One can't see that title and not think of Jesus as the shepherd of Psalm 23. The point of the beloved Psalm is his provision, "I shall not want." I shall not want for daily provision, I shall not want for rest, I shall not want for protection from my enemies. Jesus is the Good Shepherd.
But this is not his title in Hebrews 13:20. The title is also specific. He is not the Good Shepherd, He is the Great Shepherd.
The Great Shepherd
So why is his title the Great Shepherd? The answer is in the text."Now may the God of peace who brought again from the dead our Lord Jesus, the great shepherd of the sheep, by the blood of the eternal covenant . . ." The Great Shepherd is the perfect title for Christ because in the resurrection Christ provides everything the book of Hebrews describes.
The writer takes pains to describe that in his death he was our atoning sacrifice (9:12). And, after he arose, he not only became the priest who makes a way into the holy place (9:23, 24) but the one who keeps that access open (9:25, 26). He makes a way, and he keeps the way open! He is the way-maker and he is the Way: he is the access and the accessibility. The one who granted us access stands as a permanent way into the holy. In the resurrection, Jesus is the great shepherd.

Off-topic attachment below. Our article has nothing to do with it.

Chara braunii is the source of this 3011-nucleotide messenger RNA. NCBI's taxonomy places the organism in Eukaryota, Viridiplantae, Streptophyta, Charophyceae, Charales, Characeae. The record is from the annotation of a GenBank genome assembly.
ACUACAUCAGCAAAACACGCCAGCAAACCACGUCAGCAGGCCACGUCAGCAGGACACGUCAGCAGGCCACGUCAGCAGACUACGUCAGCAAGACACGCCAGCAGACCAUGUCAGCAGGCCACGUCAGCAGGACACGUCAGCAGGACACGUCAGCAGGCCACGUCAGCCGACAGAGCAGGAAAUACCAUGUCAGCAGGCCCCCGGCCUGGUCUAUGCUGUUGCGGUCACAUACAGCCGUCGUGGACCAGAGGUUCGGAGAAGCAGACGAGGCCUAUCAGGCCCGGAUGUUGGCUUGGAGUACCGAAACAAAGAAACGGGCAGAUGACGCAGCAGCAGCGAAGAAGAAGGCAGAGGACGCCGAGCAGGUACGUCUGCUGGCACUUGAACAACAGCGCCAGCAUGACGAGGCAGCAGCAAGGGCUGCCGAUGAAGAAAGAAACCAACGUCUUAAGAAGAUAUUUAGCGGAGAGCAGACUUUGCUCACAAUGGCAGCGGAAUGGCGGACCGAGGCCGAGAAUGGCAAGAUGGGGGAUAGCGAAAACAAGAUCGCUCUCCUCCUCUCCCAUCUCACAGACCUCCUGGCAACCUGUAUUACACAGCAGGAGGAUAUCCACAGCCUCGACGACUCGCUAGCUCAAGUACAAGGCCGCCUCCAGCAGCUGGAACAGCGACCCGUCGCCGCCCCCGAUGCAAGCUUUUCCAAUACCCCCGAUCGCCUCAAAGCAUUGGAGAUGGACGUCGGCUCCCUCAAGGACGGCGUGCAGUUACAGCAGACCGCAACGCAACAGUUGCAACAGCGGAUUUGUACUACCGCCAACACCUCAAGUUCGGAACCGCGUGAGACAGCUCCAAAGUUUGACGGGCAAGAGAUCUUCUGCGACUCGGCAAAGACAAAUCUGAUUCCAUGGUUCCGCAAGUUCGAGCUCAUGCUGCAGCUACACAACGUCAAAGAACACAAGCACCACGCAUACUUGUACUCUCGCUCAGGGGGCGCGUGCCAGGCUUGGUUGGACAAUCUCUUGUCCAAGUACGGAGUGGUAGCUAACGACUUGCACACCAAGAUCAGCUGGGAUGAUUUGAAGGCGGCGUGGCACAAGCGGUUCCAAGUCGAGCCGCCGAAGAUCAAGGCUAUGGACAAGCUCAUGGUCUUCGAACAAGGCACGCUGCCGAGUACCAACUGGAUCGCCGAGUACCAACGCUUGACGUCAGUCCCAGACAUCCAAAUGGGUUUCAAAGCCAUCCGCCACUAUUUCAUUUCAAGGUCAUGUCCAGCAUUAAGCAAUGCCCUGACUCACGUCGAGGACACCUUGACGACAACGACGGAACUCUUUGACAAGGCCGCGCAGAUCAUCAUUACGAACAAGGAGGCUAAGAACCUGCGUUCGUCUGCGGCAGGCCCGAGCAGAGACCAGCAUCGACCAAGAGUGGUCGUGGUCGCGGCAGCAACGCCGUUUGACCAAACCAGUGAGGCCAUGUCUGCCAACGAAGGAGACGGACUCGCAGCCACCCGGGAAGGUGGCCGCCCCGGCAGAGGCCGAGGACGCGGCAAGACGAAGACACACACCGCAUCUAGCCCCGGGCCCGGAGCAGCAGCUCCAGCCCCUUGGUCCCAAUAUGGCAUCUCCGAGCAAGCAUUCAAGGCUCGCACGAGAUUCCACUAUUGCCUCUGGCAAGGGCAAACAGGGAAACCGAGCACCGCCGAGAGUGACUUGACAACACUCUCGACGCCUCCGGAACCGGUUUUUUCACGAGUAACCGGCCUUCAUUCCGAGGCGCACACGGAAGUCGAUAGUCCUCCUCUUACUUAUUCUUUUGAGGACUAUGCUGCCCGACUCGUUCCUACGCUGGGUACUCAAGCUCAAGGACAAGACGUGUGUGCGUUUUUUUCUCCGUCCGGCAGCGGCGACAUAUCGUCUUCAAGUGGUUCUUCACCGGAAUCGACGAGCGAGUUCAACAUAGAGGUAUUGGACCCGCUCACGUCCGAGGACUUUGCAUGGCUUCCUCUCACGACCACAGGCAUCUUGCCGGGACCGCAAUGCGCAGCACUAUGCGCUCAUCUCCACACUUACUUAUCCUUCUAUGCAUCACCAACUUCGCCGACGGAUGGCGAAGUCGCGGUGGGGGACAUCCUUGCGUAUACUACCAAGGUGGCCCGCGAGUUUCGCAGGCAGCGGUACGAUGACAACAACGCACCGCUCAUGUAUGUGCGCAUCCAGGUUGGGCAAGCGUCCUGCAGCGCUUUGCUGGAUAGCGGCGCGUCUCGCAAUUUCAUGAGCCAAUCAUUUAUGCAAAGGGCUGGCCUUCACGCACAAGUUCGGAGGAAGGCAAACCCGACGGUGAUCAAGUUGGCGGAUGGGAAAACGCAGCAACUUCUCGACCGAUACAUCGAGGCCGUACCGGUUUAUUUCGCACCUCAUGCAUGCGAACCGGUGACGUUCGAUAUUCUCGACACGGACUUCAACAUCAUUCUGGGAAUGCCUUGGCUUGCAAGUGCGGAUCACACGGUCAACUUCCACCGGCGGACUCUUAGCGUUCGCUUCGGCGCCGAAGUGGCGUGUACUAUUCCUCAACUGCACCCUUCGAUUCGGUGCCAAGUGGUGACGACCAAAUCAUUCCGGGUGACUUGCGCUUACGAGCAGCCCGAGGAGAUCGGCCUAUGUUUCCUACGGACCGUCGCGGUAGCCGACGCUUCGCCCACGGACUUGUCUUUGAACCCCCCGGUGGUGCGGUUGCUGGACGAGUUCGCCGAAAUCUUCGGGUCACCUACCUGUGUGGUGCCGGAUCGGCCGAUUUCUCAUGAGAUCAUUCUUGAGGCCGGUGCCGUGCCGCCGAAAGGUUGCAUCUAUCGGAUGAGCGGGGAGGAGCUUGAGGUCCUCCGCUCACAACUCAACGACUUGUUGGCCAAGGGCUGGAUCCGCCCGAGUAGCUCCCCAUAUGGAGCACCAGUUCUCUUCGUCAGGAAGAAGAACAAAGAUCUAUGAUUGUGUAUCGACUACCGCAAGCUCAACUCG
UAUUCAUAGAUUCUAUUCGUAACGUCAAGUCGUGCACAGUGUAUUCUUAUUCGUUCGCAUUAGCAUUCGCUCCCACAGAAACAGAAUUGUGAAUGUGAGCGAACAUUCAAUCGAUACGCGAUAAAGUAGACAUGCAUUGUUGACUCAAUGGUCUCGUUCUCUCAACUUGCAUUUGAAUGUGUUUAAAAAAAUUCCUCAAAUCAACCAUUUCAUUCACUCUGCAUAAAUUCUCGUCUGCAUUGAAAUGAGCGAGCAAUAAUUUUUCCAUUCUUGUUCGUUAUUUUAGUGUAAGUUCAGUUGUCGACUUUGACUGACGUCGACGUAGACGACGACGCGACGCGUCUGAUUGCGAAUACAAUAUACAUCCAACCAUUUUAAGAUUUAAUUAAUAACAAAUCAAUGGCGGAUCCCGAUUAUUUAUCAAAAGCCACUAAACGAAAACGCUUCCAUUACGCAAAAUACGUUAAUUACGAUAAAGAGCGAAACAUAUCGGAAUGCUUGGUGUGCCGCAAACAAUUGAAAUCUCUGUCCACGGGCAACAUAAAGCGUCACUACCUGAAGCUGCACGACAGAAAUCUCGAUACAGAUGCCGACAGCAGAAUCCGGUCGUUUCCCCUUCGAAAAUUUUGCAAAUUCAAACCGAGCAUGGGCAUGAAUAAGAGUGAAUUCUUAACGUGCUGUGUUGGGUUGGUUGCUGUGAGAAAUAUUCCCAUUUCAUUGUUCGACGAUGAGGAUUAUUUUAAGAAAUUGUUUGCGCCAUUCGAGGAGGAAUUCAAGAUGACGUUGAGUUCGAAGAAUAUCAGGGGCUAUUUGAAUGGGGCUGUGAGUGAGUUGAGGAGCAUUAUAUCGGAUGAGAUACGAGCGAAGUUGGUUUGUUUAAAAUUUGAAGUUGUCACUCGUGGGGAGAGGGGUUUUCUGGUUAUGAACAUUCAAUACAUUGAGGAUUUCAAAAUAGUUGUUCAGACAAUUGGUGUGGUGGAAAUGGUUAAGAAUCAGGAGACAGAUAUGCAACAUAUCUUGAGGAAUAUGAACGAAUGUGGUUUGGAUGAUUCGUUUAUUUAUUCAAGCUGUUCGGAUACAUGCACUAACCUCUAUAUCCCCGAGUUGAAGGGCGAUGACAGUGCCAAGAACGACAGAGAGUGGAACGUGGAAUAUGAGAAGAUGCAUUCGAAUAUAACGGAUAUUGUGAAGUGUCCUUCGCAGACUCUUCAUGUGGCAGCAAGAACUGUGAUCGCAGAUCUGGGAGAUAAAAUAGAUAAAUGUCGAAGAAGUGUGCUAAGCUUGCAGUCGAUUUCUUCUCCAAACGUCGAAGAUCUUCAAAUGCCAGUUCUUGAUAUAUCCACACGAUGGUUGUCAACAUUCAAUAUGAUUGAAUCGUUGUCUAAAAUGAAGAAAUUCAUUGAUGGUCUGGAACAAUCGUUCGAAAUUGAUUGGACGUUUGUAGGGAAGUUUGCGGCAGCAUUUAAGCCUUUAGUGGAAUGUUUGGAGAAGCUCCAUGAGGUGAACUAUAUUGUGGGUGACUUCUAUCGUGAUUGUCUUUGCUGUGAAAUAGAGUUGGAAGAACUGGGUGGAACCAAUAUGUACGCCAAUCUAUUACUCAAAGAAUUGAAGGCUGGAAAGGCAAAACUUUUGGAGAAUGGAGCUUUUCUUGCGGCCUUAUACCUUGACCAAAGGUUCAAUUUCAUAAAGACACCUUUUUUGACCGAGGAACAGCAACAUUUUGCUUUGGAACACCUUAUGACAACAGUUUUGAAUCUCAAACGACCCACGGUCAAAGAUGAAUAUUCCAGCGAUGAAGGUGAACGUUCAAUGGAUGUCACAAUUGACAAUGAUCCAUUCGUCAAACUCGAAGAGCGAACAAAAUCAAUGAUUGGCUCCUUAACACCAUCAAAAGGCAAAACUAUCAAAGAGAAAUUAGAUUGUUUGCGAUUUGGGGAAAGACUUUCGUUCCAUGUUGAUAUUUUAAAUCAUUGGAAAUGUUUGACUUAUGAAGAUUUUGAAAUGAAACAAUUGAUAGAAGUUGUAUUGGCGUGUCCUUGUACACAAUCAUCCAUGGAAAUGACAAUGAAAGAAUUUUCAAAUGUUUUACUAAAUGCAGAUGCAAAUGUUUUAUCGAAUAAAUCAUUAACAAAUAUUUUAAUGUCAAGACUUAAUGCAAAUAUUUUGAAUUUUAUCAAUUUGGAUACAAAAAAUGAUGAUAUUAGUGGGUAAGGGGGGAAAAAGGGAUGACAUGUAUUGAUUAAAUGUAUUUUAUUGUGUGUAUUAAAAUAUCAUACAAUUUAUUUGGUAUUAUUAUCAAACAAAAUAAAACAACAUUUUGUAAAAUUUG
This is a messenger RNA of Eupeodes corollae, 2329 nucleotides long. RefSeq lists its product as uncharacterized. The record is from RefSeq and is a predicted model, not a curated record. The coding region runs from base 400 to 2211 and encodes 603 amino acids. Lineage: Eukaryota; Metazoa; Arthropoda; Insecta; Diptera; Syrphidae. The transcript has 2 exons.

Peace on earth was not won in a manger. It was won on a cross. Therefore, the shepherding nature of Christ has as much to do with a tomb in Jerusalem as it does with a manger in Bethlehem.
That's the truth that guts heaven of its angels to come to earth. That's what makes soldier-angels talk to shepherds about peace. And this is what the shepherds were to go see. The Great Shepherd who would make peace with His blood.
Merry Christmas—and all praise to Jesus, the Great Shepherd!